Tax ruling before a transformation

On 01/08/2018 by admin in Uncategorized @en

Individual tax ruling (binding tax interpretation) is an important tool for an entrepreneur. As a standard, it only protects the applicant (i.e., for instance, not the other party to the contract or another person in a similar situation).

Polish Tax ordinance (Ordynacja podatkowa) allows a person who plans to establish a capital company to acquire a ruling- such ruling also protects the company after it is established.

Transformation of a sole proprietor – legal and tax succession

Despite the fact that the provisions on the conversion of a sole proprietor into a capital company (e.g. a limited liability company) were made for such a transformation to cause as few administrative problems as possible (as a rule, all decisions, licenses, concessions etc. pass on to the company), yet some tax problems still arise.

It may result, e.g. from the change of NIP and REGON numbers. Acquiring a ruling can therefore be very useful.

Struggle against the tax office

An entrepreneur intending to make a transformation asked for a tax ruling that would apply to the company after the transformation.

It turned out, however, that the Minister of Finance (or rather the Director of the Tax Office acting on his behalf) decided that the entrepreneur who intends to transform into a company cannot be considered as one “planning to set establish a company”.

Why? According to the authorities, the term “establishing” used in the provision does not include transforming of an individual enterprise into a company.

Does it make any sense? None. The only justification that comes to mind is “obstructing for the sake of obstruction”.

Here it should be emphasized that the authority did not issue a negative ruling, stating that it has a different opinion regarding the questions asked by the taxpayer. The authority refused to issue the ruling at all, stating that the applicant had no right to obtain an answer to his question, even a negative one.

Fight in court

The entrepreneur decided not to give up. He appealed to the court. Of course, the Administrative Court acknowledged that the applicant had the right to acquire a tax ruling.

What did the authorities do? They filed a cassation appeal to the Supreme Administrative Court! Again – the dispute did not pertain to whether the taxpayer’s position was right or wrong, but whether the taxpayer is even entitled to ask a question in his situation.

What was the result? The Supreme Administrative Court of course, dismissed the cassation appeal of the tax authorities (the court ruled in favor of the taxpayer), and the authorities was obliged to issue a tax ruling. The entire proceedings lasted two years, entailed costs, and the applicant only received flat rates as a reimbursement of expenses for legal representation, which were not even close to the market price of services that were necessary for him. Government employees could certainly have congratulated themselves on their excellent work that provided value to the public.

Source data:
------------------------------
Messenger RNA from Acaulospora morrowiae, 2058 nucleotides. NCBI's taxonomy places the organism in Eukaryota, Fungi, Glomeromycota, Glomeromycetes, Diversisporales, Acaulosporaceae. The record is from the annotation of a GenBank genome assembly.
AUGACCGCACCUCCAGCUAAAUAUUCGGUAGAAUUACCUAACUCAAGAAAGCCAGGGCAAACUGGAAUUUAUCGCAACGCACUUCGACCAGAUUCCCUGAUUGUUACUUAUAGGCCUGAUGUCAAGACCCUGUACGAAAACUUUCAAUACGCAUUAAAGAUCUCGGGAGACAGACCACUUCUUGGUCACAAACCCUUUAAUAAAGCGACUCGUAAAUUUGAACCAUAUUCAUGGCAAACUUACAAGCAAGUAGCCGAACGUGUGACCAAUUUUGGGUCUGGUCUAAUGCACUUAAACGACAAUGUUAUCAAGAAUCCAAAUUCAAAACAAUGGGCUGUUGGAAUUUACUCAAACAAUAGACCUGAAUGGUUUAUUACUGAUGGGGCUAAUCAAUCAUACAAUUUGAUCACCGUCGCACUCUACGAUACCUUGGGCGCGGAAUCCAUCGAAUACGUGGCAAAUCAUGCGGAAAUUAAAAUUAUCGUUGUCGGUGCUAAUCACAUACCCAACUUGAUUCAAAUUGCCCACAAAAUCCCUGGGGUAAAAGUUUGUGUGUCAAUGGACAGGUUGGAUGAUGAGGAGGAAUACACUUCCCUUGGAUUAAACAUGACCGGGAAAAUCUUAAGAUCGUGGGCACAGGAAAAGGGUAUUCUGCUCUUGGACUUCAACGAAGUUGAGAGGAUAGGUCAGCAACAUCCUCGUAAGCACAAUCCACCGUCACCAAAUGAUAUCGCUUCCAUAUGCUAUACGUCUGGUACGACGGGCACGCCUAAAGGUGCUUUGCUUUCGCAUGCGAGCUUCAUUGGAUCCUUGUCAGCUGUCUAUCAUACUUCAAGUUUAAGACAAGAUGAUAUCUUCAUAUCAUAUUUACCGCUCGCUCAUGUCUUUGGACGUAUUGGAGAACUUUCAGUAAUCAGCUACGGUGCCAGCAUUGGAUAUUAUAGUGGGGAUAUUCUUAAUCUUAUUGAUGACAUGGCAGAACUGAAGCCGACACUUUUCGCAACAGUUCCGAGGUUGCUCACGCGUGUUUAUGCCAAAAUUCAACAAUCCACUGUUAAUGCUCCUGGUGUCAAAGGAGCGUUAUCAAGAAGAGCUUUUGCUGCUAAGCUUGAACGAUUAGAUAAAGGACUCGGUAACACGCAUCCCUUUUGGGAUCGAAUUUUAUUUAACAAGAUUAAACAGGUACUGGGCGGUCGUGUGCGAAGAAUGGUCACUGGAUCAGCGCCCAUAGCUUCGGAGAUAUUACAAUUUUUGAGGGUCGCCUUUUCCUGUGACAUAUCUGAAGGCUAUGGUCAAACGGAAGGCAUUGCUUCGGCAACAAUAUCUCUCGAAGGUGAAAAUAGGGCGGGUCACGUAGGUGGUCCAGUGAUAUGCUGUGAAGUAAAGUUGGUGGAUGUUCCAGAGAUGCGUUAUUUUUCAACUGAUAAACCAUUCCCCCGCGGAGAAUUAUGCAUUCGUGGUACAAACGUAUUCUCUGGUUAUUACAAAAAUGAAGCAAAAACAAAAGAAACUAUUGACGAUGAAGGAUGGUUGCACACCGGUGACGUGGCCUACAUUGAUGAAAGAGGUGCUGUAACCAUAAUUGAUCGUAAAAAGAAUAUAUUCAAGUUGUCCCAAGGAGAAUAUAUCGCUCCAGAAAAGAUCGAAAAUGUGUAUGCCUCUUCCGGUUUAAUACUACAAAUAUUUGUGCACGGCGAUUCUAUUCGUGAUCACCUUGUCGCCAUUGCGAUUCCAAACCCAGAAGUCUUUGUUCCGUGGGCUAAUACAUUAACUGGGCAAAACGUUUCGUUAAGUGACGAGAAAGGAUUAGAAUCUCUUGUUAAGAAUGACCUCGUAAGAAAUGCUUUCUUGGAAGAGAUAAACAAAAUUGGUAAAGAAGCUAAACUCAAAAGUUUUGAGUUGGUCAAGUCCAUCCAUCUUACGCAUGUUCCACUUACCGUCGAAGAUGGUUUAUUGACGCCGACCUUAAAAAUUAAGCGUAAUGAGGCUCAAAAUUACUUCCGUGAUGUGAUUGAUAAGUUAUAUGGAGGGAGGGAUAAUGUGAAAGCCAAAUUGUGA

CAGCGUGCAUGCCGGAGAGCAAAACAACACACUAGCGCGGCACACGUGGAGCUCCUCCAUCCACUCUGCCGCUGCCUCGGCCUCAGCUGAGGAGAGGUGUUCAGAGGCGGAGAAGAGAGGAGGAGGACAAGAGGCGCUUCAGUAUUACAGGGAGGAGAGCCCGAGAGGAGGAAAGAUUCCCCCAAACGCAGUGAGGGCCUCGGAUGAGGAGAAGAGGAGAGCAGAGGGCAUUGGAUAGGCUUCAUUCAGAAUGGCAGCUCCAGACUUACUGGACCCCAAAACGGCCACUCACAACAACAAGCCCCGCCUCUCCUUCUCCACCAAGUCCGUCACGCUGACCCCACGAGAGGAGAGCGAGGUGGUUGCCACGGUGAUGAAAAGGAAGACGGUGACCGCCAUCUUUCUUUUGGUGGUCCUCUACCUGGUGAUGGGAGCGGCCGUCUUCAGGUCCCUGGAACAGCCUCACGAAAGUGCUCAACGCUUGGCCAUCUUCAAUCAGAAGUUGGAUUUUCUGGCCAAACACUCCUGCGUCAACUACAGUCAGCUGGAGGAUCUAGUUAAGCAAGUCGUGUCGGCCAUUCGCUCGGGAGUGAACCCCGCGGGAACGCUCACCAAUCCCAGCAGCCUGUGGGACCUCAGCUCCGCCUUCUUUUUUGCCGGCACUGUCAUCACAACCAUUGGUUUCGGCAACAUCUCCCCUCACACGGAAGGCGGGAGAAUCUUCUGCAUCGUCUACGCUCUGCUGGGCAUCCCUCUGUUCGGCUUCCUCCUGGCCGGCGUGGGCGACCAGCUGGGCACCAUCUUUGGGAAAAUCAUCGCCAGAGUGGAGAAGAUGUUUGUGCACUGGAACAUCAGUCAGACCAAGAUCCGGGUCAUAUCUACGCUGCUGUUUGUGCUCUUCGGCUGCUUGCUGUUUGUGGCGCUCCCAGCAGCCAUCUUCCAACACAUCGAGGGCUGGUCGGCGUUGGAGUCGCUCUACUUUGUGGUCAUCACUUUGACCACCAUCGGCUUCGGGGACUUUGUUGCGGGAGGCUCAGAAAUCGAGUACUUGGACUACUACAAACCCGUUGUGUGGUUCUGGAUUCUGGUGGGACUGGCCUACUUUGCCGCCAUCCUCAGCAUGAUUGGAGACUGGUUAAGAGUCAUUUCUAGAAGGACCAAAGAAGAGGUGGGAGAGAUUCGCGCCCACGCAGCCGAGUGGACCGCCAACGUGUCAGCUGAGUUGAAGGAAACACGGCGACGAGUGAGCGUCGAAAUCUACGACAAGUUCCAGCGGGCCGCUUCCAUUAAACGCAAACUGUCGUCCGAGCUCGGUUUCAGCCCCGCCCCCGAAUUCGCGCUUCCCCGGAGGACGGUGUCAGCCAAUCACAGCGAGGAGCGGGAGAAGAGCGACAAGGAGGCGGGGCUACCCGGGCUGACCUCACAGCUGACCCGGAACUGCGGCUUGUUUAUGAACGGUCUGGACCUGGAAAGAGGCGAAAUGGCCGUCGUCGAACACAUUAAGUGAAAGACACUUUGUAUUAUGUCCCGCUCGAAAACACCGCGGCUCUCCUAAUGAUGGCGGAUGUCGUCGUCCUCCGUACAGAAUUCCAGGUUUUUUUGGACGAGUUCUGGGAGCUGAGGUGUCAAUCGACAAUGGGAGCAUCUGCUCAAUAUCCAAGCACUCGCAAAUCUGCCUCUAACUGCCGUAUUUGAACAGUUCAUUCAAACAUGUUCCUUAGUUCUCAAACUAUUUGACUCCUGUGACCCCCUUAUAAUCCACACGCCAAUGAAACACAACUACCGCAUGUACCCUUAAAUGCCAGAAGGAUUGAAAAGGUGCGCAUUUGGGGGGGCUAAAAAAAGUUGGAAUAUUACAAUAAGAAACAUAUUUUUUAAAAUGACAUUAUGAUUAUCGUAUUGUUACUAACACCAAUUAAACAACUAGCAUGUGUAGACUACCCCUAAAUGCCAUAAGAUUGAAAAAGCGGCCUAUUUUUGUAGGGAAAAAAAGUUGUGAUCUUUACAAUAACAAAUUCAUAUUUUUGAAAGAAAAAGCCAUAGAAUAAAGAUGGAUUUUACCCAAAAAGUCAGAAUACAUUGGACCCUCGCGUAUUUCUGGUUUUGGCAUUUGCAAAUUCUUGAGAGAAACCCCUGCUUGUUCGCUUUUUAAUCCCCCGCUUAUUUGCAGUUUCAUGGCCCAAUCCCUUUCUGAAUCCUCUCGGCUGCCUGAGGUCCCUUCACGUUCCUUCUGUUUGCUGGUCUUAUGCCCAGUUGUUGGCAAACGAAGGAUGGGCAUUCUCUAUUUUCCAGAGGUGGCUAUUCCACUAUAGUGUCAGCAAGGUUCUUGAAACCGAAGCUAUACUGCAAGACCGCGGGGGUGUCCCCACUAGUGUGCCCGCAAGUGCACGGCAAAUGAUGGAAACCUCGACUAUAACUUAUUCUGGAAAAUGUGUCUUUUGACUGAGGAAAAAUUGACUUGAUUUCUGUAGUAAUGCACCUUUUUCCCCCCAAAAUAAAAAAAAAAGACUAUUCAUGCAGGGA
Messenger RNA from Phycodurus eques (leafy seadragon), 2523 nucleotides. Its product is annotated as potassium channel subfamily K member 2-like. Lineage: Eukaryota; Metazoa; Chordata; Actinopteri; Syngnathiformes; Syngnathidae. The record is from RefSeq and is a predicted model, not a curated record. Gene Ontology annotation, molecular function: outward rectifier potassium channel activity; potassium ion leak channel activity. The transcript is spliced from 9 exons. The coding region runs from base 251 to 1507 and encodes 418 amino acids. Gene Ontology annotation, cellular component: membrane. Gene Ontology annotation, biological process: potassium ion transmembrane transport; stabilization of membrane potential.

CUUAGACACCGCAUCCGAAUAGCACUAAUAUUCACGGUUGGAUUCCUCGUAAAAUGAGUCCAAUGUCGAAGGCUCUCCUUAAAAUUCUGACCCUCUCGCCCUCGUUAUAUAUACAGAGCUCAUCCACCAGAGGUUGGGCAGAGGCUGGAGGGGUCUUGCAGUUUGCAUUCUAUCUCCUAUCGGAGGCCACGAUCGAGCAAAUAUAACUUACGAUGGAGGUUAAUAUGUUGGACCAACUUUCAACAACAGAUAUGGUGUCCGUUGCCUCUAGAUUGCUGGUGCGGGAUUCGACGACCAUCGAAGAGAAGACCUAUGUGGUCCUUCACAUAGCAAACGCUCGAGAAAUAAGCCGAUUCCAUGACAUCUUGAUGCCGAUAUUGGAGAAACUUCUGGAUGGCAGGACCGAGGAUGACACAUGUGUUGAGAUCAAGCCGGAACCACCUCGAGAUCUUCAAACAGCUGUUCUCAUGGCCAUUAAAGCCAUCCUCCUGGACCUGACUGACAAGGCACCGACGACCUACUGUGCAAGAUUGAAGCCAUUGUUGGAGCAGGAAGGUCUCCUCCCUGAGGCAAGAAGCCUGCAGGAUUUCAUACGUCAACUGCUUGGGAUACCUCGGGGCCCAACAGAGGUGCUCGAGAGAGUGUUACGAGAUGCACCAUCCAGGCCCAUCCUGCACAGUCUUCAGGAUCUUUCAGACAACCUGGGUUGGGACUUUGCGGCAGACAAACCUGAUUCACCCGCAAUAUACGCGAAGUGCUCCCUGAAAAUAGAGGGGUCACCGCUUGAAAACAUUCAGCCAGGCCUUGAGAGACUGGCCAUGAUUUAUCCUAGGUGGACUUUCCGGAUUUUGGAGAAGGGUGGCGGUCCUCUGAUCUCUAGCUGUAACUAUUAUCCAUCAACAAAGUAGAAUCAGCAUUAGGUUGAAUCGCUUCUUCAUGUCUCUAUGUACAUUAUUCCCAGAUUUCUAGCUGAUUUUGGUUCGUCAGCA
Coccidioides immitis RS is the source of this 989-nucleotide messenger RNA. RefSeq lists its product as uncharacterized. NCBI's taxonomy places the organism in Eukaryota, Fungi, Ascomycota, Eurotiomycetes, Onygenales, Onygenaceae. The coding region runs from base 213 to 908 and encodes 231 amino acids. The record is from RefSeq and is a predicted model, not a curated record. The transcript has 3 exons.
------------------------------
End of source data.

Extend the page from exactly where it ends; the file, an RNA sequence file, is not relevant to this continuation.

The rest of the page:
What now?

Fortunately, currently the right to obtain a tax ruling for the purposes of transforming “individual enterprise” into a company is no longer controversial and the National Tax Information releases such tax rulings.

This is a big aid for taxpayers, whom getting an individual tax ruling before transformation may help resolve problems with such issues as:

– the right to correct invoices received before the conversion,

– the right to correct invoices received after the conversion, in particular the possibility of applying corrective notes for this purpose,

– the right to correct invoices issued before the conversion, e.g. in the case of discounts to the customer after the conversion,

– the right to benefit from a tax exemption resulting from running the business in the Special Economic Zone after being converted into a company.

Generally, the authorities usually give positive tax rulings. However, considering that during conversions we often encounter officials who have not heard about the institution at all, or even stubbornly insist that “there is no such thing”, it is definitely recommended to obtain a ruling at least regarding the most important issues (such as, for example, the right to benefit from tax exemption in connection with running a business in a special economic zone).

Author: Jan Marczyński, Legal Counsel j.marczynski@jwms.pl, phone +48 608 528 772